AMMAN (Reuters) - Jordan on Sunday released 13 leaders of an opposition-run teachers union, judicial sources said, nearly a month after detaining them in a move weakening a group that has become a leading source of dissent. The government on July 25 closed the offices of the 100,000 strong union and suspended its activity for two years, in one of the largest crackdown on a major dissident group in recent years.
Prosecutors who put a gag order on media coverage of the judicial investigation had charged the leader of the union Nasser Nawasrah with incitement and 12 other members of the union’s council with financial wrongdoing. The union says the charges are baseless.
Judicial sources said their release marked the end of a month long administrative detention, and they were free pending a court decision on wherther there is a case to answer.
Some government officials accused the union leaders of harbouring the Islamist opposition’s political agenda. The union says this accusation is part of a government smear campaign.
The detention of the 13 triggered demonstrations across the country calling for their release, the government’s resignation, and an end to corruption. The authorities arrested over 350 teachers during the protests, some of whom are still detained.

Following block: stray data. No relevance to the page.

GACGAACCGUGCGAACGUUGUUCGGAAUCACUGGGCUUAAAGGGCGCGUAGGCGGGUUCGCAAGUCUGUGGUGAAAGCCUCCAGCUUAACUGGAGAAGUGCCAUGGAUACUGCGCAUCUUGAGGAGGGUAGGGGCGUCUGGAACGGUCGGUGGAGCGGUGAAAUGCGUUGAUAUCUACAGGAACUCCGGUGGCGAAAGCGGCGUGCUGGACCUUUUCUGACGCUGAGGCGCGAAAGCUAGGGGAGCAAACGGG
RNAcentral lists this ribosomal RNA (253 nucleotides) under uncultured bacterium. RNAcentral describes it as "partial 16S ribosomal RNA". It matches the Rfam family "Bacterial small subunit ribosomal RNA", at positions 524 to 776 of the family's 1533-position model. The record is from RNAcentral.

Civic groups and independent politicians say the government has been using emergency laws enacted in March at the start of the coronavirus lockdown to limit civil and political rights.
U.S. based Human Rights Watch had criticized the crackdown and urged the authorities to end intimidation tactics that bar people from exercising their right to freedom of association.
“The release of the teachers union leaders is a positive step but Jordanian authorities must urgently review the dubious closure of the syndicate and ongoing prosecutions,” Adam Coogle, Human Rights Watch deputy director for the Middle East and North Africa division, told Reuters.
Political opposition is often marginalized in Jordan, but protests have grown in recent years over eroding living standards, corruption and the slow pace of political reforms.
Union leaders said they would press on with their campaign to end the freeze on their activities and to force the authorities to honour an unfulfilled deal over pay rises.
The union went on strike last year, shutting down schools across Jordan for a month, in one of the longest and most disruptive public sector strikes in the country’s history.
Reporting by Suleiman Al-Khalidi, Editing by William Maclean
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